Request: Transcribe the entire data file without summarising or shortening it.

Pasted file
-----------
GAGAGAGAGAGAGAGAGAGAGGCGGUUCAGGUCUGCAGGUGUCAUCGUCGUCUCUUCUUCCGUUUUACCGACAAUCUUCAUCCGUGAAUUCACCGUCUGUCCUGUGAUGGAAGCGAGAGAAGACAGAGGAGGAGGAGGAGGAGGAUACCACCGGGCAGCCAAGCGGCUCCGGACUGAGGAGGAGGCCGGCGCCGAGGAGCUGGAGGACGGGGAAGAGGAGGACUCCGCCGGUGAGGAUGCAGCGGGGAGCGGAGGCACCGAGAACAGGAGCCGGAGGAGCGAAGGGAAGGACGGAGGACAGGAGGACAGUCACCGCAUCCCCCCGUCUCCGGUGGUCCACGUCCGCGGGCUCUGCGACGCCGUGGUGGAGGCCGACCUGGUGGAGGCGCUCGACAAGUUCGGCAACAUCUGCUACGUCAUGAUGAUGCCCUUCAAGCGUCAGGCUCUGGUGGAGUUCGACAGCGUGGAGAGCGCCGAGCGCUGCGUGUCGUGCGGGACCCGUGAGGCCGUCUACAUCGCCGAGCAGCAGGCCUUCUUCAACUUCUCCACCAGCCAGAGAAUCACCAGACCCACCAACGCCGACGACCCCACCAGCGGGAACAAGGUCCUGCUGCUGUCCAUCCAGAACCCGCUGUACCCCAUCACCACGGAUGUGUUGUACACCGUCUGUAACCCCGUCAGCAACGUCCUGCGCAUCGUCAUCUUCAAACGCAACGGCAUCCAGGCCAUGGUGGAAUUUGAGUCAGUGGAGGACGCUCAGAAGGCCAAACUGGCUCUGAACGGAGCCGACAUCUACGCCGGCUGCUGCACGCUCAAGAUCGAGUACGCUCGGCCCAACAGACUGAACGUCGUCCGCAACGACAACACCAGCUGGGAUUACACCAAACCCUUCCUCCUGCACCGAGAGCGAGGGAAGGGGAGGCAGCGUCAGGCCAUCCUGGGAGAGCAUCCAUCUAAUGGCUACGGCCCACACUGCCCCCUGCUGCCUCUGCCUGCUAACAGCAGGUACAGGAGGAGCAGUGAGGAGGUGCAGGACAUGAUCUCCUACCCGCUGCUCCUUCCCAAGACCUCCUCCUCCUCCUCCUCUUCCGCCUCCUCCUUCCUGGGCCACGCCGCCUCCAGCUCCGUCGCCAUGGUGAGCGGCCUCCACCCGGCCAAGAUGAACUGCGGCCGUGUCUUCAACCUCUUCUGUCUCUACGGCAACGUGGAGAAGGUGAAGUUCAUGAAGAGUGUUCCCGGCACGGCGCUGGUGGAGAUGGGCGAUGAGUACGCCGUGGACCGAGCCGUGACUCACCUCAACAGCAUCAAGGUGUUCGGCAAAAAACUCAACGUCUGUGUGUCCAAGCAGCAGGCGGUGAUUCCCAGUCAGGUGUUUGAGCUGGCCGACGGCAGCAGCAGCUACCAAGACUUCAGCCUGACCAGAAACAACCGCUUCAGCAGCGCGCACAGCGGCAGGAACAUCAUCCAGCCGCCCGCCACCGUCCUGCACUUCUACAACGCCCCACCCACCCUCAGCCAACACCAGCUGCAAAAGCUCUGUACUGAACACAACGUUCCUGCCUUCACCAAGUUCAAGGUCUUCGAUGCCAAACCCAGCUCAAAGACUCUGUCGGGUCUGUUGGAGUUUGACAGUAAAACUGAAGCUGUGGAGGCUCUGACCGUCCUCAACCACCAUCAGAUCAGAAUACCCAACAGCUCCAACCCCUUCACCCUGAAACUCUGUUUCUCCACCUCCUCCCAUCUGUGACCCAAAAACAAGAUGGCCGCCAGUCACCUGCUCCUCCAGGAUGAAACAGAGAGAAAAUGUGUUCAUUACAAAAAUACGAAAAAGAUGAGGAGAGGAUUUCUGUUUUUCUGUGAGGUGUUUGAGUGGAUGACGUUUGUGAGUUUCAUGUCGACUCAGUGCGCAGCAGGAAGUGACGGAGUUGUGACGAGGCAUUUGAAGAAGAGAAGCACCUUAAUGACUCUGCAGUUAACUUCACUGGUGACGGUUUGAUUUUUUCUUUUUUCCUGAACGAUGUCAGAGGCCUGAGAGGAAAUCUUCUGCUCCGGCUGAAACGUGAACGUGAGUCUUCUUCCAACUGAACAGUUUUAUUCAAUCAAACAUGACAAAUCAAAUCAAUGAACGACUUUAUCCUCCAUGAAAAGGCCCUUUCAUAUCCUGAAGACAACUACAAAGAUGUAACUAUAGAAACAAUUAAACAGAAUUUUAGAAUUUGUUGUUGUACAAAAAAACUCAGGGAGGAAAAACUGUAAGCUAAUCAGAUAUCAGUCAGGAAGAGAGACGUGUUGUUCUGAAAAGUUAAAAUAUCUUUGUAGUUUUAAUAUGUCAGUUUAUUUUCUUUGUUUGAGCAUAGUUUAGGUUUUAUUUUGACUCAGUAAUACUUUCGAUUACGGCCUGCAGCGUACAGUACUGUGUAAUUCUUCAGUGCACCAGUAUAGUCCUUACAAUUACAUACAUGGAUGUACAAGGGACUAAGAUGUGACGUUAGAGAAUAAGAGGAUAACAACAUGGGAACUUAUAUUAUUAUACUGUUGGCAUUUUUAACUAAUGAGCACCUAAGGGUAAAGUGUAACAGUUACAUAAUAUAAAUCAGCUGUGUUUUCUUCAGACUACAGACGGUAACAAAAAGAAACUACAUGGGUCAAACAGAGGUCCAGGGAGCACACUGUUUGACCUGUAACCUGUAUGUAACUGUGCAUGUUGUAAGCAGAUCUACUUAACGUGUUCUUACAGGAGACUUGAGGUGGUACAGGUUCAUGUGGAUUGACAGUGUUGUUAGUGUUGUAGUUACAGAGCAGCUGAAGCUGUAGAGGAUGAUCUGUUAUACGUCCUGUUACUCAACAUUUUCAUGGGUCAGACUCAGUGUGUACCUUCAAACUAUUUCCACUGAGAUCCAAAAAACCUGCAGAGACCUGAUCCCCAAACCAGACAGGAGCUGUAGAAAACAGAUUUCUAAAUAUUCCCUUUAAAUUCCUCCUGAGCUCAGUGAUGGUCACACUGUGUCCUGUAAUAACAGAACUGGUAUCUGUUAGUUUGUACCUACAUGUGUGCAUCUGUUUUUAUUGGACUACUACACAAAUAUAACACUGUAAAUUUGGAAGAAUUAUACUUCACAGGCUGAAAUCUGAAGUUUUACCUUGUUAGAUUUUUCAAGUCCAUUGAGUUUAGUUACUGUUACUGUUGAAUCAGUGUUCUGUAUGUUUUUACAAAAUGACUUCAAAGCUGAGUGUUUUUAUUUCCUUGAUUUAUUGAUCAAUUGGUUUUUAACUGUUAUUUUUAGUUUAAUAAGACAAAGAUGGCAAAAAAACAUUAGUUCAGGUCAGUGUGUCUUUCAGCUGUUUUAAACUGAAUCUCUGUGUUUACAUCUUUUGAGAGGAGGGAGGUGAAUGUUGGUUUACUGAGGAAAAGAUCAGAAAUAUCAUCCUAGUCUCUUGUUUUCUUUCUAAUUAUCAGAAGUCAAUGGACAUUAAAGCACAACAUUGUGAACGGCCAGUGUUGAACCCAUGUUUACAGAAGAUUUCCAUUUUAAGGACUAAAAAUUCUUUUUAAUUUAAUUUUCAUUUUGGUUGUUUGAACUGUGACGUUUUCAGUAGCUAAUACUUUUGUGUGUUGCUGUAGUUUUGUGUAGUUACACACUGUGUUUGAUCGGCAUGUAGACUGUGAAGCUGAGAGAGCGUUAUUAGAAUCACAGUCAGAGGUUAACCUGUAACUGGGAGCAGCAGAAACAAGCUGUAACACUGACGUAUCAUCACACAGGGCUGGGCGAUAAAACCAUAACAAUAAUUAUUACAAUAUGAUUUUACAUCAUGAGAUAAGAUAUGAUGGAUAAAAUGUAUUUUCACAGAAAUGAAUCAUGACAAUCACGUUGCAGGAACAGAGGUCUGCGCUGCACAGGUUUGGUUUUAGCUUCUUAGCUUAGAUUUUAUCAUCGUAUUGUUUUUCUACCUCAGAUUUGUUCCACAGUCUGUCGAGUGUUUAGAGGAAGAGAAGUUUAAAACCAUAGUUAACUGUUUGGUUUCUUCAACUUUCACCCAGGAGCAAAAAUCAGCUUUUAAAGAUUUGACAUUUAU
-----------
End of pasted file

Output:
GAGAGAGAGAGAGAGAGAGAGGCGGUUCAGGUCUGCAGGUGUCAUCGUCGUCUCUUCUUCCGUUUUACCGACAAUCUUCAUCCGUGAAUUCACCGUCUGUCCUGUGAUGGAAGCGAGAGAAGACAGAGGAGGAGGAGGAGGAGGAUACCACCGGGCAGCCAAGCGGCUCCGGACUGAGGAGGAGGCCGGCGCCGAGGAGCUGGAGGACGGGGAAGAGGAGGACUCCGCCGGUGAGGAUGCAGCGGGGAGCGGAGGCACCGAGAACAGGAGCCGGAGGAGCGAAGGGAAGGACGGAGGACAGGAGGACAGUCACCGCAUCCCCCCGUCUCCGGUGGUCCACGUCCGCGGGCUCUGCGACGCCGUGGUGGAGGCCGACCUGGUGGAGGCGCUCGACAAGUUCGGCAACAUCUGCUACGUCAUGAUGAUGCCCUUCAAGCGUCAGGCUCUGGUGGAGUUCGACAGCGUGGAGAGCGCCGAGCGCUGCGUGUCGUGCGGGACCCGUGAGGCCGUCUACAUCGCCGAGCAGCAGGCCUUCUUCAACUUCUCCACCAGCCAGAGAAUCACCAGACCCACCAACGCCGACGACCCCACCAGCGGGAACAAGGUCCUGCUGCUGUCCAUCCAGAACCCGCUGUACCCCAUCACCACGGAUGUGUUGUACACCGUCUGUAACCCCGUCAGCAACGUCCUGCGCAUCGUCAUCUUCAAACGCAACGGCAUCCAGGCCAUGGUGGAAUUUGAGUCAGUGGAGGACGCUCAGAAGGCCAAACUGGCUCUGAACGGAGCCGACAUCUACGCCGGCUGCUGCACGCUCAAGAUCGAGUACGCUCGGCCCAACAGACUGAACGUCGUCCGCAACGACAACACCAGCUGGGAUUACACCAAACCCUUCCUCCUGCACCGAGAGCGAGGGAAGGGGAGGCAGCGUCAGGCCAUCCUGGGAGAGCAUCCAUCUAAUGGCUACGGCCCACACUGCCCCCUGCUGCCUCUGCCUGCUAACAGCAGGUACAGGAGGAGCAGUGAGGAGGUGCAGGACAUGAUCUCCUACCCGCUGCUCCUUCCCAAGACCUCCUCCUCCUCCUCCUCUUCCGCCUCCUCCUUCCUGGGCCACGCCGCCUCCAGCUCCGUCGCCAUGGUGAGCGGCCUCCACCCGGCCAAGAUGAACUGCGGCCGUGUCUUCAACCUCUUCUGUCUCUACGGCAACGUGGAGAAGGUGAAGUUCAUGAAGAGUGUUCCCGGCACGGCGCUGGUGGAGAUGGGCGAUGAGUACGCCGUGGACCGAGCCGUGACUCACCUCAACAGCAUCAAGGUGUUCGGCAAAAAACUCAACGUCUGUGUGUCCAAGCAGCAGGCGGUGAUUCCCAGUCAGGUGUUUGAGCUGGCCGACGGCAGCAGCAGCUACCAAGACUUCAGCCUGACCAGAAACAACCGCUUCAGCAGCGCGCACAGCGGCAGGAACAUCAUCCAGCCGCCCGCCACCGUCCUGCACUUCUACAACGCCCCACCCACCCUCAGCCAACACCAGCUGCAAAAGCUCUGUACUGAACACAACGUUCCUGCCUUCACCAAGUUCAAGGUCUUCGAUGCCAAACCCAGCUCAAAGACUCUGUCGGGUCUGUUGGAGUUUGACAGUAAAACUGAAGCUGUGGAGGCUCUGACCGUCCUCAACCACCAUCAGAUCAGAAUACCCAACAGCUCCAACCCCUUCACCCUGAAACUCUGUUUCUCCACCUCCUCCCAUCUGUGACCCAAAAACAAGAUGGCCGCCAGUCACCUGCUCCUCCAGGAUGAAACAGAGAGAAAAUGUGUUCAUUACAAAAAUACGAAAAAGAUGAGGAGAGGAUUUCUGUUUUUCUGUGAGGUGUUUGAGUGGAUGACGUUUGUGAGUUUCAUGUCGACUCAGUGCGCAGCAGGAAGUGACGGAGUUGUGACGAGGCAUUUGAAGAAGAGAAGCACCUUAAUGACUCUGCAGUUAACUUCACUGGUGACGGUUUGAUUUUUUCUUUUUUCCUGAACGAUGUCAGAGGCCUGAGAGGAAAUCUUCUGCUCCGGCUGAAACGUGAACGUGAGUCUUCUUCCAACUGAACAGUUUUAUUCAAUCAAACAUGACAAAUCAAAUCAAUGAACGACUUUAUCCUCCAUGAAAAGGCCCUUUCAUAUCCUGAAGACAACUACAAAGAUGUAACUAUAGAAACAAUUAAACAGAAUUUUAGAAUUUGUUGUUGUACAAAAAAACUCAGGGAGGAAAAACUGUAAGCUAAUCAGAUAUCAGUCAGGAAGAGAGACGUGUUGUUCUGAAAAGUUAAAAUAUCUUUGUAGUUUUAAUAUGUCAGUUUAUUUUCUUUGUUUGAGCAUAGUUUAGGUUUUAUUUUGACUCAGUAAUACUUUCGAUUACGGCCUGCAGCGUACAGUACUGUGUAAUUCUUCAGUGCACCAGUAUAGUCCUUACAAUUACAUACAUGGAUGUACAAGGGACUAAGAUGUGACGUUAGAGAAUAAGAGGAUAACAACAUGGGAACUUAUAUUAUUAUACUGUUGGCAUUUUUAACUAAUGAGCACCUAAGGGUAAAGUGUAACAGUUACAUAAUAUAAAUCAGCUGUGUUUUCUUCAGACUACAGACGGUAACAAAAAGAAACUACAUGGGUCAAACAGAGGUCCAGGGAGCACACUGUUUGACCUGUAACCUGUAUGUAACUGUGCAUGUUGUAAGCAGAUCUACUUAACGUGUUCUUACAGGAGACUUGAGGUGGUACAGGUUCAUGUGGAUUGACAGUGUUGUUAGUGUUGUAGUUACAGAGCAGCUGAAGCUGUAGAGGAUGAUCUGUUAUACGUCCUGUUACUCAACAUUUUCAUGGGUCAGACUCAGUGUGUACCUUCAAACUAUUUCCACUGAGAUCCAAAAAACCUGCAGAGACCUGAUCCCCAAACCAGACAGGAGCUGUAGAAAACAGAUUUCUAAAUAUUCCCUUUAAAUUCCUCCUGAGCUCAGUGAUGGUCACACUGUGUCCUGUAAUAACAGAACUGGUAUCUGUUAGUUUGUACCUACAUGUGUGCAUCUGUUUUUAUUGGACUACUACACAAAUAUAACACUGUAAAUUUGGAAGAAUUAUACUUCACAGGCUGAAAUCUGAAGUUUUACCUUGUUAGAUUUUUCAAGUCCAUUGAGUUUAGUUACUGUUACUGUUGAAUCAGUGUUCUGUAUGUUUUUACAAAAUGACUUCAAAGCUGAGUGUUUUUAUUUCCUUGAUUUAUUGAUCAAUUGGUUUUUAACUGUUAUUUUUAGUUUAAUAAGACAAAGAUGGCAAAAAAACAUUAGUUCAGGUCAGUGUGUCUUUCAGCUGUUUUAAACUGAAUCUCUGUGUUUACAUCUUUUGAGAGGAGGGAGGUGAAUGUUGGUUUACUGAGGAAAAGAUCAGAAAUAUCAUCCUAGUCUCUUGUUUUCUUUCUAAUUAUCAGAAGUCAAUGGACAUUAAAGCACAACAUUGUGAACGGCCAGUGUUGAACCCAUGUUUACAGAAGAUUUCCAUUUUAAGGACUAAAAAUUCUUUUUAAUUUAAUUUUCAUUUUGGUUGUUUGAACUGUGACGUUUUCAGUAGCUAAUACUUUUGUGUGUUGCUGUAGUUUUGUGUAGUUACACACUGUGUUUGAUCGGCAUGUAGACUGUGAAGCUGAGAGAGCGUUAUUAGAAUCACAGUCAGAGGUUAACCUGUAACUGGGAGCAGCAGAAACAAGCUGUAACACUGACGUAUCAUCACACAGGGCUGGGCGAUAAAACCAUAACAAUAAUUAUUACAAUAUGAUUUUACAUCAUGAGAUAAGAUAUGAUGGAUAAAAUGUAUUUUCACAGAAAUGAAUCAUGACAAUCACGUUGCAGGAACAGAGGUCUGCGCUGCACAGGUUUGGUUUUAGCUUCUUAGCUUAGAUUUUAUCAUCGUAUUGUUUUUCUACCUCAGAUUUGUUCCACAGUCUGUCGAGUGUUUAGAGGAAGAGAAGUUUAAAACCAUAGUUAACUGUUUGGUUUCUUCAACUUUCACCCAGGAGCAAAAAUCAGCUUUUAAAGAUUUGACAUUUAU